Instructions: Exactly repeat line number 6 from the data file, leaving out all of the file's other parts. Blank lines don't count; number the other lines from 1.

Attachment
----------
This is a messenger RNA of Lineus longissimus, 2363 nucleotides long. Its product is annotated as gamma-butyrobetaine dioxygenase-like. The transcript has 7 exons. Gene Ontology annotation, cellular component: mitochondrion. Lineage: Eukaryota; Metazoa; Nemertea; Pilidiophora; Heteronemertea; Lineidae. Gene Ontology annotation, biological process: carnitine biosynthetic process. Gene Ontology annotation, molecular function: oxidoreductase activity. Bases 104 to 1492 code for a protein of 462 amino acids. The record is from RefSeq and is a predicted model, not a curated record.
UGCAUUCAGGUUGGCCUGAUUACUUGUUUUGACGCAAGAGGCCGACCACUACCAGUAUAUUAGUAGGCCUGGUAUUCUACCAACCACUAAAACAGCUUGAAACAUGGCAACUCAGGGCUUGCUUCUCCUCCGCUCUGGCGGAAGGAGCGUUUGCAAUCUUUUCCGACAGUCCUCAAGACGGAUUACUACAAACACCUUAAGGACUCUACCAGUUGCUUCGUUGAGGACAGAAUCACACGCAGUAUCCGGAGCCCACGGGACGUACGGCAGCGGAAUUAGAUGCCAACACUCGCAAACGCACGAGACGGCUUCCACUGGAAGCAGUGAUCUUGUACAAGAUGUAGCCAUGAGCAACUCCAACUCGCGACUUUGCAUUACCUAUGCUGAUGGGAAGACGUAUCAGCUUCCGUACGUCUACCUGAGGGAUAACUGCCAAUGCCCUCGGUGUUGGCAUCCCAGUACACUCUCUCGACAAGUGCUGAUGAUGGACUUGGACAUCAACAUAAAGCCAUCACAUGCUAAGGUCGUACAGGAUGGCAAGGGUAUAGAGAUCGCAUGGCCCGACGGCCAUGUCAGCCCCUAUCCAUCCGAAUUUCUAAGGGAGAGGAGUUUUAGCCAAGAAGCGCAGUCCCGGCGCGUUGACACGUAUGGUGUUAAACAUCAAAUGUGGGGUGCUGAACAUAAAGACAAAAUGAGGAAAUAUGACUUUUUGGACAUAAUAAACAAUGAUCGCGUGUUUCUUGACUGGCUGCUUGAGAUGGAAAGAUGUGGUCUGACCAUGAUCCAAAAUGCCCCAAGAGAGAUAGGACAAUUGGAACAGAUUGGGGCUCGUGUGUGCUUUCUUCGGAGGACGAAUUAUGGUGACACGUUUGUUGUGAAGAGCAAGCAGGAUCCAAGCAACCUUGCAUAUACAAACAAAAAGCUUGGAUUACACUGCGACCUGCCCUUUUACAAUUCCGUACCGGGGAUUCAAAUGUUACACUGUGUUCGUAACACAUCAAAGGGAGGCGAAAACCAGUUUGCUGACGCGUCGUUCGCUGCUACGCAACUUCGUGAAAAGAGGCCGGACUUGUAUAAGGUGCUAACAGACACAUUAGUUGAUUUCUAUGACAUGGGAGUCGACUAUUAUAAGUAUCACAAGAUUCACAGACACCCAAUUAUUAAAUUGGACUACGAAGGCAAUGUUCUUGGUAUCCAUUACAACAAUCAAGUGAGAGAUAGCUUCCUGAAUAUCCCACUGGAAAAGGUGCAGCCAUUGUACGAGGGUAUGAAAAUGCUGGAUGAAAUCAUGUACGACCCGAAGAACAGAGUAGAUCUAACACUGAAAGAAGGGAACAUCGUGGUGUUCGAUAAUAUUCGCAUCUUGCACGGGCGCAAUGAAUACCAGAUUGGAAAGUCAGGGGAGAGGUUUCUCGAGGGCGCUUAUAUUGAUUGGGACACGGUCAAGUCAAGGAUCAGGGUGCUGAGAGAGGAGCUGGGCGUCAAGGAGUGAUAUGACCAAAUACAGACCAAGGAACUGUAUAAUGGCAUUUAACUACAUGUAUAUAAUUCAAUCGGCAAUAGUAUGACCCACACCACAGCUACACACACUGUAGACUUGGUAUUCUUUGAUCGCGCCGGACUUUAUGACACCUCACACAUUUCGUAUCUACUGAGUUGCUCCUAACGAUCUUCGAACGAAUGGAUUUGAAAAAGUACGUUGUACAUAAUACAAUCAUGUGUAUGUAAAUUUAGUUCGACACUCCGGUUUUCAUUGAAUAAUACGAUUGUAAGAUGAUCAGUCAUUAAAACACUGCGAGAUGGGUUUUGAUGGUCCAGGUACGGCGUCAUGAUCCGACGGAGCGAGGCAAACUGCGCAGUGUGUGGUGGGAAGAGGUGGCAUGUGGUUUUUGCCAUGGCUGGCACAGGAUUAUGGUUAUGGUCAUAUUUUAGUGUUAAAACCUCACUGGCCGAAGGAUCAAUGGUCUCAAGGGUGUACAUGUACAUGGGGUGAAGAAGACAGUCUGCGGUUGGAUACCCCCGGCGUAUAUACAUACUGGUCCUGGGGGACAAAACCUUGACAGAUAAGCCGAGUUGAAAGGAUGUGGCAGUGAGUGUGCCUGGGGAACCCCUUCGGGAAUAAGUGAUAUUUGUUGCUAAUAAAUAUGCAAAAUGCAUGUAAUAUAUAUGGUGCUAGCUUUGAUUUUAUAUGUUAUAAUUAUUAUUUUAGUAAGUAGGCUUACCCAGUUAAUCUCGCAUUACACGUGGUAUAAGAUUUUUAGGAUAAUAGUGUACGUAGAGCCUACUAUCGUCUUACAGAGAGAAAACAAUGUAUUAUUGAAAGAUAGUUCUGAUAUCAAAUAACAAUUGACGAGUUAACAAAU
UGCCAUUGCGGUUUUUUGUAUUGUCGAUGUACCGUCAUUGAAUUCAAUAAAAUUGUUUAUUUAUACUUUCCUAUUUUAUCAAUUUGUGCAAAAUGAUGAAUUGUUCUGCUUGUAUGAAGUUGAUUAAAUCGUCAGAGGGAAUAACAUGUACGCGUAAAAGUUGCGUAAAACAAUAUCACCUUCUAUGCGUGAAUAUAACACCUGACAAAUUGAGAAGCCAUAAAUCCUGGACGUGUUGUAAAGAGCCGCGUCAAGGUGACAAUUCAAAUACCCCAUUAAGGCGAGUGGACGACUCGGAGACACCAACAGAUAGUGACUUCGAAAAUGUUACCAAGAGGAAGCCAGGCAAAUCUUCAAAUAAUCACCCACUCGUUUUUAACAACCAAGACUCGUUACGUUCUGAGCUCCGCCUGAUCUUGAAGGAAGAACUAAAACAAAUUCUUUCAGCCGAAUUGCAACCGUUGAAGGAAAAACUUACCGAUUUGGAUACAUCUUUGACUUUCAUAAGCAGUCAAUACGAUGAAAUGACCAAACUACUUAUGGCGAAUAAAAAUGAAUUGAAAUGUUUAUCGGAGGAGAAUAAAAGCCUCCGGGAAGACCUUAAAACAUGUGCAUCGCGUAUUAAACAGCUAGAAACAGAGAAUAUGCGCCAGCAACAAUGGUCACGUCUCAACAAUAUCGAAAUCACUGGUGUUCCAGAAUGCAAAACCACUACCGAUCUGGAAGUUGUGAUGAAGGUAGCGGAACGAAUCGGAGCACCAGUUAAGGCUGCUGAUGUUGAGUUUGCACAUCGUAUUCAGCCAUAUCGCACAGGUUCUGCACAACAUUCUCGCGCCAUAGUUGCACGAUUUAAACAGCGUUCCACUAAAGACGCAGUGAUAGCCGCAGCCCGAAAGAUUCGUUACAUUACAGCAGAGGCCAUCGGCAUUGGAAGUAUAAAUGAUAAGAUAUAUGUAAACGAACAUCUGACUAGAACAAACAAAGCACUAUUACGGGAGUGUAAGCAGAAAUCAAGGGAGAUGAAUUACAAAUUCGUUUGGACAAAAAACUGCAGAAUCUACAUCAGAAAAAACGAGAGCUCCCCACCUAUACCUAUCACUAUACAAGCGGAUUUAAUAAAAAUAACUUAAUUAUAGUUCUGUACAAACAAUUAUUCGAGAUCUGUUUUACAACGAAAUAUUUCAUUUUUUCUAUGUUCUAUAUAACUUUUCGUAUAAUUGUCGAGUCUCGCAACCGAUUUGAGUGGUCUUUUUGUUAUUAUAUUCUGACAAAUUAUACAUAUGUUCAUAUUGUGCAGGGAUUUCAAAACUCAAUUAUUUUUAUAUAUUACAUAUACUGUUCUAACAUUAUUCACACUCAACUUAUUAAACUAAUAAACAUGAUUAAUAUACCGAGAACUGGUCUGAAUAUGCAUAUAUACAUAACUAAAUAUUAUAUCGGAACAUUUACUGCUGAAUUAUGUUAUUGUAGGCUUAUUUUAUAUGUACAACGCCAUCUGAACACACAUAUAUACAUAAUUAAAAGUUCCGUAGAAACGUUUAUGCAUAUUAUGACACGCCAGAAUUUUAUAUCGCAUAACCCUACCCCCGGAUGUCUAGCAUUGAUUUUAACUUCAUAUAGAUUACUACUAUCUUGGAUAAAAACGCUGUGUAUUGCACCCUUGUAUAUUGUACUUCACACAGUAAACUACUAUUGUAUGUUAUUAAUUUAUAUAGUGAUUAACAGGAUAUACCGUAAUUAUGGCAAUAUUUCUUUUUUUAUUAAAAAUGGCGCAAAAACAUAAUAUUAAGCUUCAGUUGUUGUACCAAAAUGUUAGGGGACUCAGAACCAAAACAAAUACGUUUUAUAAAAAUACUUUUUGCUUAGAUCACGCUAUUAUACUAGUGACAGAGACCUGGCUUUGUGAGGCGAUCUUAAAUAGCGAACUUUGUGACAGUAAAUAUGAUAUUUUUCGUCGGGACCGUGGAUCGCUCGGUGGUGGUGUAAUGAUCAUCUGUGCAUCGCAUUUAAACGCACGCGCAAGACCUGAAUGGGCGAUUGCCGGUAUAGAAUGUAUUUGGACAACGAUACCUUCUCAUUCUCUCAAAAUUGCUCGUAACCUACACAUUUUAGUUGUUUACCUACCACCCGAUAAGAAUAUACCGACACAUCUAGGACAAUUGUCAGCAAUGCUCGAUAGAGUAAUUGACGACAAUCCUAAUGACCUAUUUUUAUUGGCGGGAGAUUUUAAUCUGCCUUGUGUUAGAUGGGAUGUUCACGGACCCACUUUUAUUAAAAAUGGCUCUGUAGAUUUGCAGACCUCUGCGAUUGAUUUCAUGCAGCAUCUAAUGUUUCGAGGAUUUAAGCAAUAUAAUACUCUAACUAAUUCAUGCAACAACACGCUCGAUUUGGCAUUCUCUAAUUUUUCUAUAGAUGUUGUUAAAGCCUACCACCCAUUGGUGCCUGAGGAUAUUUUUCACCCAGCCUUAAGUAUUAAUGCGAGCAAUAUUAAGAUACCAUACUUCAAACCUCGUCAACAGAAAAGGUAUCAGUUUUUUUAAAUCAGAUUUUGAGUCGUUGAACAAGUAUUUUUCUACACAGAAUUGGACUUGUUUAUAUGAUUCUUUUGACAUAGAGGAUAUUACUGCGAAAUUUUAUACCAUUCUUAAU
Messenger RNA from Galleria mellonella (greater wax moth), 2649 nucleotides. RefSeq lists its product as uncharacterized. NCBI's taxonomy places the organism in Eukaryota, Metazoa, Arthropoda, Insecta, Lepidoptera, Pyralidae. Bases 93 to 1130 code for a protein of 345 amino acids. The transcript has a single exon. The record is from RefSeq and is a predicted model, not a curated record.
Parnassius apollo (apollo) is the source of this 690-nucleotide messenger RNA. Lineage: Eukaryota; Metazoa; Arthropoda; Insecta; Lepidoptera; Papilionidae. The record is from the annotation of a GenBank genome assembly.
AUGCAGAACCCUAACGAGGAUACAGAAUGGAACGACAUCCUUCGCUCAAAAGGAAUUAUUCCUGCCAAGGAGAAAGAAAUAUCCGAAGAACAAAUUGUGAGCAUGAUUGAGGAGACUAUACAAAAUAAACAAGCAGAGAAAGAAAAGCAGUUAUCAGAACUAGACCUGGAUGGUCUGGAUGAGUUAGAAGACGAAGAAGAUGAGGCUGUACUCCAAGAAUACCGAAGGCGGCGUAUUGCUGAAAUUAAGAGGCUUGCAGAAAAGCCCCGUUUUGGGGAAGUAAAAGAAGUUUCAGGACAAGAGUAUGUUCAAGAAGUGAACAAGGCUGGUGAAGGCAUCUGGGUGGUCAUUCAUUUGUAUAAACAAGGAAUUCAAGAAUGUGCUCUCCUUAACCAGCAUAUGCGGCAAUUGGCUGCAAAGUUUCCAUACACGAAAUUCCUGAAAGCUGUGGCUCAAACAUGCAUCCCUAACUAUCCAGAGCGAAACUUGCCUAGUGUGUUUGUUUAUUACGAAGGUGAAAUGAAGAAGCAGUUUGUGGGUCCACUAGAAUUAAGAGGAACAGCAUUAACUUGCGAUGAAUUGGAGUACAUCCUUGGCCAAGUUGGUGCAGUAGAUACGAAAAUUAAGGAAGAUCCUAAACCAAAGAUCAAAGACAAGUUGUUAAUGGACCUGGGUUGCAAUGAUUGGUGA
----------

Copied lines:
AUGCAGAACCCUAACGAGGAUACAGAAUGGAACGACAUCCUUCGCUCAAAAGGAAUUAUUCCUGCCAAGGAGAAAGAAAUAUCCGAAGAACAAAUUGUGAGCAUGAUUGAGGAGACUAUACAAAAUAAACAAGCAGAGAAAGAAAAGCAGUUAUCAGAACUAGACCUGGAUGGUCUGGAUGAGUUAGAAGACGAAGAAGAUGAGGCUGUACUCCAAGAAUACCGAAGGCGGCGUAUUGCUGAAAUUAAGAGGCUUGCAGAAAAGCCCCGUUUUGGGGAAGUAAAAGAAGUUUCAGGACAAGAGUAUGUUCAAGAAGUGAACAAGGCUGGUGAAGGCAUCUGGGUGGUCAUUCAUUUGUAUAAACAAGGAAUUCAAGAAUGUGCUCUCCUUAACCAGCAUAUGCGGCAAUUGGCUGCAAAGUUUCCAUACACGAAAUUCCUGAAAGCUGUGGCUCAAACAUGCAUCCCUAACUAUCCAGAGCGAAACUUGCCUAGUGUGUUUGUUUAUUACGAAGGUGAAAUGAAGAAGCAGUUUGUGGGUCCACUAGAAUUAAGAGGAACAGCAUUAACUUGCGAUGAAUUGGAGUACAUCCUUGGCCAAGUUGGUGCAGUAGAUACGAAAAUUAAGGAAGAUCCUAAACCAAAGAUCAAAGACAAGUUGUUAAUGGACCUGGGUUGCAAUGAUUGGUGA